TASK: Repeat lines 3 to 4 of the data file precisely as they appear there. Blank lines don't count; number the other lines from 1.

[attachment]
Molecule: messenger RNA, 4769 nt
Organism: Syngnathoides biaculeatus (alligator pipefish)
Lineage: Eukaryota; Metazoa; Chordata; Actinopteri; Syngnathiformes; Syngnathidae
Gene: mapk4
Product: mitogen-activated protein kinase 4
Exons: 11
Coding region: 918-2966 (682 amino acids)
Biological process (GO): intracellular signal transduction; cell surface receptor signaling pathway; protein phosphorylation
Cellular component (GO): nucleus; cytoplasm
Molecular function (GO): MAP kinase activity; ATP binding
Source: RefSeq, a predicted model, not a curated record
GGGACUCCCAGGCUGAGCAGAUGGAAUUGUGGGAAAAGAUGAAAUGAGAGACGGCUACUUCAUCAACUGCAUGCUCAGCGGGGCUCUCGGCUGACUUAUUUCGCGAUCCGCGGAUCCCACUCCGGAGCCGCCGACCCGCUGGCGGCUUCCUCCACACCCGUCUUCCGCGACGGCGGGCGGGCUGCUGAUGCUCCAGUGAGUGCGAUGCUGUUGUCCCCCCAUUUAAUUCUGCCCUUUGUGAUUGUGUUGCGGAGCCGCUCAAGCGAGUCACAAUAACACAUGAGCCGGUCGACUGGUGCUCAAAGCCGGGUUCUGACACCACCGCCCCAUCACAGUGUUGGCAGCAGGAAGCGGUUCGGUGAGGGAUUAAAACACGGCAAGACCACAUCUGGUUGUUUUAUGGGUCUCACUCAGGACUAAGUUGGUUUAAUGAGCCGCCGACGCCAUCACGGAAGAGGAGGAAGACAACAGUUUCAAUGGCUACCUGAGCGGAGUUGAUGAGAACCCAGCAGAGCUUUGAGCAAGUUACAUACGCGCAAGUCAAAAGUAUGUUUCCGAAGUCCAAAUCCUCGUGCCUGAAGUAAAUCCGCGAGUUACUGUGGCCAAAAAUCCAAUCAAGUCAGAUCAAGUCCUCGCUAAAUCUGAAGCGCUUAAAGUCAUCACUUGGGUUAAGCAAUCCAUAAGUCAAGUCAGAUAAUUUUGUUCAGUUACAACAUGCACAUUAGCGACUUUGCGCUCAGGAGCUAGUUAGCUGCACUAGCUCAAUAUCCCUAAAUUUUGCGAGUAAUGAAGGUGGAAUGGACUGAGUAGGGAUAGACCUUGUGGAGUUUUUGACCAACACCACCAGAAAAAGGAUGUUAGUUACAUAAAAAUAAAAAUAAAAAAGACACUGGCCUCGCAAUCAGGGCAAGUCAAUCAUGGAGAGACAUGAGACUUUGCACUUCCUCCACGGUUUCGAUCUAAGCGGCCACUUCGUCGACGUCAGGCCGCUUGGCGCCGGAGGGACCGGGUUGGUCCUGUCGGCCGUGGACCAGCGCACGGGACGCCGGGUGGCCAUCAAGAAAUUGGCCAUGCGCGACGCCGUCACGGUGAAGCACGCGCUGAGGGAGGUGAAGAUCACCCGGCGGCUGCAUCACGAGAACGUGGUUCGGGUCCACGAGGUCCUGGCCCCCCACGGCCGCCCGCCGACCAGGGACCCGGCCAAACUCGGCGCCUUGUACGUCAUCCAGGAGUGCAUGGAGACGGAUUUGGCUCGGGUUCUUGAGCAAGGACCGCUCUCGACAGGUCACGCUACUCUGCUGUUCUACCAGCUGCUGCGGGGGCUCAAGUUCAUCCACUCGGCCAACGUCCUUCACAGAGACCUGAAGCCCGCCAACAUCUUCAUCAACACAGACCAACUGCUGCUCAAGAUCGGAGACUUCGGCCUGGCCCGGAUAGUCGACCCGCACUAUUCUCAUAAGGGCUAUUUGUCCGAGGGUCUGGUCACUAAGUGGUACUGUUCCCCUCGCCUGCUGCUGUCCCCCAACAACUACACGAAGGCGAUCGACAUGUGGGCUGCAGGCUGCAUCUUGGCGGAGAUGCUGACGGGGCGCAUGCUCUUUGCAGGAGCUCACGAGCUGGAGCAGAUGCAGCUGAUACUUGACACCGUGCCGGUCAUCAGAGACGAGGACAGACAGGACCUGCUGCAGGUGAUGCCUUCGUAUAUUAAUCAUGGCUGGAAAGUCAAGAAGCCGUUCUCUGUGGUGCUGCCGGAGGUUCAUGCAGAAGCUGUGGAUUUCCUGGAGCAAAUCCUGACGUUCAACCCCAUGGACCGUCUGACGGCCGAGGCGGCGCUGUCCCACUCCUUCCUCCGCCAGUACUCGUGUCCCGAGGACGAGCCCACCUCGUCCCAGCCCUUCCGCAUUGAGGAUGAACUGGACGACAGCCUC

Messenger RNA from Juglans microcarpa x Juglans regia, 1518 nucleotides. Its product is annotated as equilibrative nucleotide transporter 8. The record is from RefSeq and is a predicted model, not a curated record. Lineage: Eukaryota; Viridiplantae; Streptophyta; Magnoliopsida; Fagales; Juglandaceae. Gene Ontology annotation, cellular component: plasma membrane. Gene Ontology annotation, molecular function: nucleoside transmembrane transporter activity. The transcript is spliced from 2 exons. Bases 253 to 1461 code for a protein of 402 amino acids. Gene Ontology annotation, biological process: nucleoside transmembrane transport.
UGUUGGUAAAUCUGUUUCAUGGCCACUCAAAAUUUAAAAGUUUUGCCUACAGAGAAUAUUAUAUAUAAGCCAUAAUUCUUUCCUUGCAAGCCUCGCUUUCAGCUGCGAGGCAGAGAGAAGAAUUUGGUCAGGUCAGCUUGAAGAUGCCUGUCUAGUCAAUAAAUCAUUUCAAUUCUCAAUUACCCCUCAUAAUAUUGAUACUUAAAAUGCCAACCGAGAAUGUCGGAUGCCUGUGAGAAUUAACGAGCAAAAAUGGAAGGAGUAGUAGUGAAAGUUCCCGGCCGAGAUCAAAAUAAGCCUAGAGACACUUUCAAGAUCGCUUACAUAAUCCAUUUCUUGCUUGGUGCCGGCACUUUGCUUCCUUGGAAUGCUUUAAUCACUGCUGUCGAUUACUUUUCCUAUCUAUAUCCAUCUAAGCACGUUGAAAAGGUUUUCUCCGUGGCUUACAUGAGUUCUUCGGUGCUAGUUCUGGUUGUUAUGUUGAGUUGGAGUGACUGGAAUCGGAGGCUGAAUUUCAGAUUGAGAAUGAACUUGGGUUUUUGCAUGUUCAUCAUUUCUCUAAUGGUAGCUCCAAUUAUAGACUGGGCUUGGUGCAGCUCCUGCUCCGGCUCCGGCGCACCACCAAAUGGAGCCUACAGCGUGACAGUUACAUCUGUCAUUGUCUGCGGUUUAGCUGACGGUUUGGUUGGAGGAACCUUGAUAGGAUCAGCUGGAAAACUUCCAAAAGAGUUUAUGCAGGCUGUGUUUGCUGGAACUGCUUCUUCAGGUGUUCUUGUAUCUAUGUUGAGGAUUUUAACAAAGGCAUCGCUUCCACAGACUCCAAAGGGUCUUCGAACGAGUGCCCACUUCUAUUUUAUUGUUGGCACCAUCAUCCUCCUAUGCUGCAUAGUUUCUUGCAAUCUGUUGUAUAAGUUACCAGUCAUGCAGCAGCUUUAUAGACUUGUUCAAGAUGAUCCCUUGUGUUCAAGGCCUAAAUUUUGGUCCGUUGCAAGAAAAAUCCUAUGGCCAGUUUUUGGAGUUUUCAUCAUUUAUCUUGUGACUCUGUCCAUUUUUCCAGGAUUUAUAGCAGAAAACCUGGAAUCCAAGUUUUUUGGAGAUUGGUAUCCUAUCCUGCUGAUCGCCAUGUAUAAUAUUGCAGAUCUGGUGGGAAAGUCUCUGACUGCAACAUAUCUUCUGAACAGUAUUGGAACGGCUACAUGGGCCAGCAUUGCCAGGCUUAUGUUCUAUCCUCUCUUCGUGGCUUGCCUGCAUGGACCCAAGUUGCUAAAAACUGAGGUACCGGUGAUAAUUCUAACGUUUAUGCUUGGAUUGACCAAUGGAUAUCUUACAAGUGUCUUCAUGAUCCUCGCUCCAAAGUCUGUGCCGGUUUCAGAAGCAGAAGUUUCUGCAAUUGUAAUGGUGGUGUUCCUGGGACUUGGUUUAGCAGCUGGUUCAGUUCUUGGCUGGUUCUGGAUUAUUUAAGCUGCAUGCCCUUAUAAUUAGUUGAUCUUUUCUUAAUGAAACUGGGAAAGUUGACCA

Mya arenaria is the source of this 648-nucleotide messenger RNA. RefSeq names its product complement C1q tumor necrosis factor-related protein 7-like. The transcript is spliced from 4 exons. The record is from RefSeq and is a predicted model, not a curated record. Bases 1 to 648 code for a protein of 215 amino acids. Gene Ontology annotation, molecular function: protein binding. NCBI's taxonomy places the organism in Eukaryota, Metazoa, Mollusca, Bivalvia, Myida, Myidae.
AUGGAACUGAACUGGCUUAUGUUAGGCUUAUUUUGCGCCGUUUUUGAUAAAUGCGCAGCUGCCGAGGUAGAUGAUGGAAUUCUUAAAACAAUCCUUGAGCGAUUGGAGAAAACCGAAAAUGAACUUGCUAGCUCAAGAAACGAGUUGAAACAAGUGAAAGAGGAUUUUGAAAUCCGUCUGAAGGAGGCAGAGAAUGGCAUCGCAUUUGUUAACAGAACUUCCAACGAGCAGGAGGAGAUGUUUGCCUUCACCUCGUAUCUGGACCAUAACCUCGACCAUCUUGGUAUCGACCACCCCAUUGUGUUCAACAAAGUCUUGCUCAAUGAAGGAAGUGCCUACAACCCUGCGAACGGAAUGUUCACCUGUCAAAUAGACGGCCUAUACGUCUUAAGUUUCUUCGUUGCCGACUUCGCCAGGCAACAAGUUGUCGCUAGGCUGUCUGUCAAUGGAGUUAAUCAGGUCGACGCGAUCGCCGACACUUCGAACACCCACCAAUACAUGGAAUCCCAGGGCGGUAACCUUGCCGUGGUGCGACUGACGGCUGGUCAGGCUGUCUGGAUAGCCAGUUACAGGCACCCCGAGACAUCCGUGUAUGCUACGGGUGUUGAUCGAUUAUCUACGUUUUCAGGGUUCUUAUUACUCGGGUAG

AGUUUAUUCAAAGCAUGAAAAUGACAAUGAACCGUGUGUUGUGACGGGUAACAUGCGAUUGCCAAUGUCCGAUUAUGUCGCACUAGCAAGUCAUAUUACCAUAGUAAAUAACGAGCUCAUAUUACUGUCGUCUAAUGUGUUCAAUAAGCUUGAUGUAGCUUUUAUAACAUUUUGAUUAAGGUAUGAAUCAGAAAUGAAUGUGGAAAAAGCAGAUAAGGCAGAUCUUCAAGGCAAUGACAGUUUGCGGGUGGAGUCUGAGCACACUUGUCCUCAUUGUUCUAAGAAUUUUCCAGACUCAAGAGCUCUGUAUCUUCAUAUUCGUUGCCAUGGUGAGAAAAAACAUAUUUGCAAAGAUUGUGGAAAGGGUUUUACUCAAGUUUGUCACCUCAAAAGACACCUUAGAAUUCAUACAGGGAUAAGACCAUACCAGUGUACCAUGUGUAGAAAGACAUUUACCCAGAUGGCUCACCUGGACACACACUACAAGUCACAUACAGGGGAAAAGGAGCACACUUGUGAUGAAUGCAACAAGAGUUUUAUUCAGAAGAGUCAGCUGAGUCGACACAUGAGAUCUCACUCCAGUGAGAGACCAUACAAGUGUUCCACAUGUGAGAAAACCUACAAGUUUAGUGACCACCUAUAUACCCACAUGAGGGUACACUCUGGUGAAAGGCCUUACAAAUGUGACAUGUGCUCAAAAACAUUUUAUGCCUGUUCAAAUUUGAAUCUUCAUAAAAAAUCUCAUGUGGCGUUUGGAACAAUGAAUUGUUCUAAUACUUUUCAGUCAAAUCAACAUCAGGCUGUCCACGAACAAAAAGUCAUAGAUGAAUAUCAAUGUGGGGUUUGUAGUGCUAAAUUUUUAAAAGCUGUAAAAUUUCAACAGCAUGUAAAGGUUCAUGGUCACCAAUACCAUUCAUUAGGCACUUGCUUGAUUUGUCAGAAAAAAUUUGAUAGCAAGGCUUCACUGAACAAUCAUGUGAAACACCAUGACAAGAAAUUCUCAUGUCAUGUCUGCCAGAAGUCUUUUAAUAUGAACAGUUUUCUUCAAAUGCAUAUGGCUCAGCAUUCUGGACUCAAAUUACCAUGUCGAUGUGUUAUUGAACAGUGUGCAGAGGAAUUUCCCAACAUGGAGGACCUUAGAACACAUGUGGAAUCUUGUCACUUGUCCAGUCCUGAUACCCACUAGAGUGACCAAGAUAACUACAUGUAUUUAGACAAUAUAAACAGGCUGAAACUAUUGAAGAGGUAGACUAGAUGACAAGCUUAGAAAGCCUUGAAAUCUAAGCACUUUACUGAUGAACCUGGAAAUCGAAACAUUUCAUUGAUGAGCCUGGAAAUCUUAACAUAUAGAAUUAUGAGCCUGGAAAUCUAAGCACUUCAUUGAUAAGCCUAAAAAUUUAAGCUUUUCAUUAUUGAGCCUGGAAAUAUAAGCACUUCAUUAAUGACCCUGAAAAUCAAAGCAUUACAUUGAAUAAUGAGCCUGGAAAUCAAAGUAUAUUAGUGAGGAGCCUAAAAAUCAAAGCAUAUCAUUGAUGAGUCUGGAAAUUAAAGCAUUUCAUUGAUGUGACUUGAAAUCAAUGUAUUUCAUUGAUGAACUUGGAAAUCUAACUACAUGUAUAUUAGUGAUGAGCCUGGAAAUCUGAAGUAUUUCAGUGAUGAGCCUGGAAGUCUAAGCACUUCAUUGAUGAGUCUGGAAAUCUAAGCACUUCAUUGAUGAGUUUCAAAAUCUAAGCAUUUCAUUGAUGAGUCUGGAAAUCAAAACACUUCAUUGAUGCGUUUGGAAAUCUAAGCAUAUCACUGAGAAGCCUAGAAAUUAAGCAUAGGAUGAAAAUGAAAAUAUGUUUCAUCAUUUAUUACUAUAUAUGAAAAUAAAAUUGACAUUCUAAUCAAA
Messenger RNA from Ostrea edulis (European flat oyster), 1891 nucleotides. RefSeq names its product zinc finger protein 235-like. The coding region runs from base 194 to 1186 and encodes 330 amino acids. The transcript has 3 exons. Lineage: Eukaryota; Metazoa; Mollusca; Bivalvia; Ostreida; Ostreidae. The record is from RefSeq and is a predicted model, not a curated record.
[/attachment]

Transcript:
Lineage: Eukaryota; Metazoa; Chordata; Actinopteri; Syngnathiformes; Syngnathidae
Gene: mapk4